Since mid-September, headlines around the world have warned about an outbreak of serious lung disease across the US, said to be associated with vaping. As of October 22, 1,604 cases have been reported to the Center for Disease Control (CDC) from 49 US states, including 34 deaths.
Dr Dana Meaney-Delman, head of the CDC team investigating the outbreak has reported that “We've narrowed this clearly to THC-containing products that are associated with most patients who are experiencing lung injury. The specific substance or substances we have not identified yet”. THC is the main psychoactive component of cannabis and the CDC has said that the products identified are being obtained off the street or from other informal sources.
The specific chemical or chemicals that are causing the illness and deaths have not yet been identified and it is not clear that all cases are the same kind of injury. The outbreak does not appear to be associated with long term use of nicotine e-cigarettes, which have been used in the US for over 10 years.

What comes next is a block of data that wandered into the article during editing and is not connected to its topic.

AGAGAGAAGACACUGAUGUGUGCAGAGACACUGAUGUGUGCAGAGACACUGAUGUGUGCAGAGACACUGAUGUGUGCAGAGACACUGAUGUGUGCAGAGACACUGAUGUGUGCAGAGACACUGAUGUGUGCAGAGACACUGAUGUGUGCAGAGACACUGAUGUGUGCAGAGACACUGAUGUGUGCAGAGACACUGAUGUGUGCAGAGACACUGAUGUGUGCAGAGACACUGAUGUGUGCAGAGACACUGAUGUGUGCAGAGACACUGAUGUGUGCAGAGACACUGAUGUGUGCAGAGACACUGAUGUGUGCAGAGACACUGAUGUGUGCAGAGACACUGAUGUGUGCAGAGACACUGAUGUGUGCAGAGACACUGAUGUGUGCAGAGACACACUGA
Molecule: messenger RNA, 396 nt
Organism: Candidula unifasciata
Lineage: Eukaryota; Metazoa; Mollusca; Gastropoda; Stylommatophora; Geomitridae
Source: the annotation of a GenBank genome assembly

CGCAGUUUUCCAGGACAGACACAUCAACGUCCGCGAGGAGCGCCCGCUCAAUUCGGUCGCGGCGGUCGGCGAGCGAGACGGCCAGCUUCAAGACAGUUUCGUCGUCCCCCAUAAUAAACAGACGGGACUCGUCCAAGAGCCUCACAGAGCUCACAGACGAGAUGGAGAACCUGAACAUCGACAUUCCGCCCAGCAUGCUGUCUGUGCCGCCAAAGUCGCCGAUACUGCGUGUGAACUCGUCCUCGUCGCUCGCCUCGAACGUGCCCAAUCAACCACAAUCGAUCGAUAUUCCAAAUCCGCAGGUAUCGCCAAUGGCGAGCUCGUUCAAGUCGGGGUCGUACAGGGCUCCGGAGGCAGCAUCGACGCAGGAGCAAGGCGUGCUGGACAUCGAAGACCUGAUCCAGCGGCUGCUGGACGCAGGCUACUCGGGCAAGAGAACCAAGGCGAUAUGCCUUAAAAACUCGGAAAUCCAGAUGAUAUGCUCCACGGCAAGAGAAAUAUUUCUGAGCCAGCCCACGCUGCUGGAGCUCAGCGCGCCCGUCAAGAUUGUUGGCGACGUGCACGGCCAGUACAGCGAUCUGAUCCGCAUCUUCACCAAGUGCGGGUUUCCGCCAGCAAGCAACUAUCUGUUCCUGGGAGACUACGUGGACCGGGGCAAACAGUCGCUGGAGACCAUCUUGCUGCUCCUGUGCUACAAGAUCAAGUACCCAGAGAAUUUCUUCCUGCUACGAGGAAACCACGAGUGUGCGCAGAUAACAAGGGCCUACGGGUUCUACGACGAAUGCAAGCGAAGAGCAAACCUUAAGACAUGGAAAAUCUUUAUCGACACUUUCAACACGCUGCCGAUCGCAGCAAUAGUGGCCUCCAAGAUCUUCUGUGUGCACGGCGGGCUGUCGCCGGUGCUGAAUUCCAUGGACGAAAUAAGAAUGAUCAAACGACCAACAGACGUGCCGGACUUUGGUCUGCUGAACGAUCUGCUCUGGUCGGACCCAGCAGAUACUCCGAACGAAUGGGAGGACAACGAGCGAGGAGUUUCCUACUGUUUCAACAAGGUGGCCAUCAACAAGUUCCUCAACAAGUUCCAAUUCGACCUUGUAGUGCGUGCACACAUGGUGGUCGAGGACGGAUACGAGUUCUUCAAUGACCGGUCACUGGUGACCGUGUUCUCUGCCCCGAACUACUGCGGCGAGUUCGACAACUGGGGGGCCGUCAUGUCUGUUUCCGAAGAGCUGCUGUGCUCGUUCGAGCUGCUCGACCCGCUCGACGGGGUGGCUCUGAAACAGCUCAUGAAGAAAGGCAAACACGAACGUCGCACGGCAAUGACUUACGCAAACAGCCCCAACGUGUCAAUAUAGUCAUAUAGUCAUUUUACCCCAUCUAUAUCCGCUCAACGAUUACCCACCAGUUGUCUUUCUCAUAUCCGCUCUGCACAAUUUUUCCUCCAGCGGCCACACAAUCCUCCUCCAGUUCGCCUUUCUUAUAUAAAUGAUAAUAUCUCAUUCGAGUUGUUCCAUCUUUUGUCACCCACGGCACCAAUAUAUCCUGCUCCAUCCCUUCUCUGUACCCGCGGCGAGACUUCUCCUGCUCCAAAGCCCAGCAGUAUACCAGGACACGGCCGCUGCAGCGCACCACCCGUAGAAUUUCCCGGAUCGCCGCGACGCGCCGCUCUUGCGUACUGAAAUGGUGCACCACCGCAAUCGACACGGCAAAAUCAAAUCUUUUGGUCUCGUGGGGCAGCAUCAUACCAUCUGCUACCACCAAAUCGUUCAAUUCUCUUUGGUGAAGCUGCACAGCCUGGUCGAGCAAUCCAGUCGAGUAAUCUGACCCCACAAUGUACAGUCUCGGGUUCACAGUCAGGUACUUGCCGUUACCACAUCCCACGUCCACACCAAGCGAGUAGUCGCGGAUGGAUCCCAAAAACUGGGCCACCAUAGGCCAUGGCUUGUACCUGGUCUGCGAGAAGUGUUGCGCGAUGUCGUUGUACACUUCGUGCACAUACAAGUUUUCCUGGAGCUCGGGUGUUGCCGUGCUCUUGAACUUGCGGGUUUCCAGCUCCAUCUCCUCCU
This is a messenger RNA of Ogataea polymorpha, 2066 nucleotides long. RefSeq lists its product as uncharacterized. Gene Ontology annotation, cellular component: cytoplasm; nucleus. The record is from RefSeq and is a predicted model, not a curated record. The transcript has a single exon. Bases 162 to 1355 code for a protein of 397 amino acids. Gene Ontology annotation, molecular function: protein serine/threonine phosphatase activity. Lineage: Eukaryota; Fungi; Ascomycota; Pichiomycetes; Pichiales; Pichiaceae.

the responses we have seen to the problem in the US and in other countries may increase the already widespread misunderstanding about the relative safety of nicotine e-cigarettes, deterring smokers from switching and risk driving vapers who have switched back to smoking. There is a real risk therefore that such a reaction will mean people continue to smoke, which will undoubtedly put lives at risk.
PHE’s advice on e-cigarettes remains the same
PHE has not changed its advice on nicotine containing e-cigarettes: Smokers should consider switching completely and vapers should stop smoking.